I struggle knowing what to say. Trapped in a line, chatting with others is easy since it’s always about the weather or if you are having a nice day. Outside of that, I bombard people with questions to find an engaging topic. Once that mutual link is detected, I can relax and speak authentically.

This strategy flatters some, especially folks with a grand passion lurking. The positive energy of an eager speaker is delightful, and if we like the same thing, nothing else matters. Unfortunately, many are put off my intensity and give me the “Bitch, please” look. At a recent gathering, a thirty-something scooted her chair two steps away from me, as if she feared I would grab her by the shoulders and shake her, asking, “Do you like rocks? Plants? How about zombies? Everybody likes zombies!” I think she needed more wine.

Today I had coffee for the second time with Mandy, the mother on one of Liev’s classmates. We met last year while dropping off our autistic sons for preschool. While the other mothers bonded through common complaints, she stood out as a mother who accepted her son.

During our first coffee a few weeks ago, she squirmed under my intense interrogation. Shifting in her seat, she flinched at my twitchiness since nervous me is like a found footage film of an alien invasion. Today, however, I found just the right questions to ask, and we had a lovely time. Mandy is a superfan of the Twilight franchise and glows with the enthusiasm of a person who builds worlds in her head.  Although I went through my vampire phase in 1991, her sweet infatuation with the book series charmed me.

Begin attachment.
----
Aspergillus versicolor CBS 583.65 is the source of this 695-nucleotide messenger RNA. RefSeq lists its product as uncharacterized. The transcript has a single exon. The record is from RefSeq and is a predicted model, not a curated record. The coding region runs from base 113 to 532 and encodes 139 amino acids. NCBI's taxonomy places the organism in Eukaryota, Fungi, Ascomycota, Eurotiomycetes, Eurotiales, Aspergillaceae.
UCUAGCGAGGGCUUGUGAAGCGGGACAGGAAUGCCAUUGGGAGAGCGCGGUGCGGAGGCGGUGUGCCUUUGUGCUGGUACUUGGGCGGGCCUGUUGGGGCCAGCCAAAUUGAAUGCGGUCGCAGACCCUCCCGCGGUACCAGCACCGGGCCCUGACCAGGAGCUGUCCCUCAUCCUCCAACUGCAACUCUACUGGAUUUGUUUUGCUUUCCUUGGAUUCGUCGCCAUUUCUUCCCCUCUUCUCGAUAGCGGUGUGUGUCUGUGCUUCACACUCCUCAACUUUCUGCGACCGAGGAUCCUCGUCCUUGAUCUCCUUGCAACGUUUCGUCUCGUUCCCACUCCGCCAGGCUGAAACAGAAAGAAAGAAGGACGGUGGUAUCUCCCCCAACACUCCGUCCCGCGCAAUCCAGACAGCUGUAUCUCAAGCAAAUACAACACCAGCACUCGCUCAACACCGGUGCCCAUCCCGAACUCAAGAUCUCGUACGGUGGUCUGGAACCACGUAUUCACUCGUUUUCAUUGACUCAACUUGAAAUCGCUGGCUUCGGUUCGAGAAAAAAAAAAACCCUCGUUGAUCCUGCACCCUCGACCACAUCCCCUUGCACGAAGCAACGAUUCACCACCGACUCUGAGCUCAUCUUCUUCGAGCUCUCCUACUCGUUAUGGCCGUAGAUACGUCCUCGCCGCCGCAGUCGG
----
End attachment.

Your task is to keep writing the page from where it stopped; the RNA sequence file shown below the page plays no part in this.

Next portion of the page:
Mandy also gave me a present! Since I responded to a list of books Mandy had posted on Facebook, stating that I had never read Harry Potter, she gifted me the first book. “How could a civilized person not read Harry Potter!” She quipped.  Her sweet and thoughtful gesture touched me. She also packed up her collection of sequels for me to borrow, since she was sure I would love Potter. 

Her gift made me anxious. How on earth am I to read fantasy? Magic, prophecies, and deus ex machina bore me in a profound, existential way. I couldn’t make it through one novel of Lord of the Rings, let alone seven volumes of popular fantasy. I will try it. I might like it. Alan Rickman is in those Potter movies, right? 😍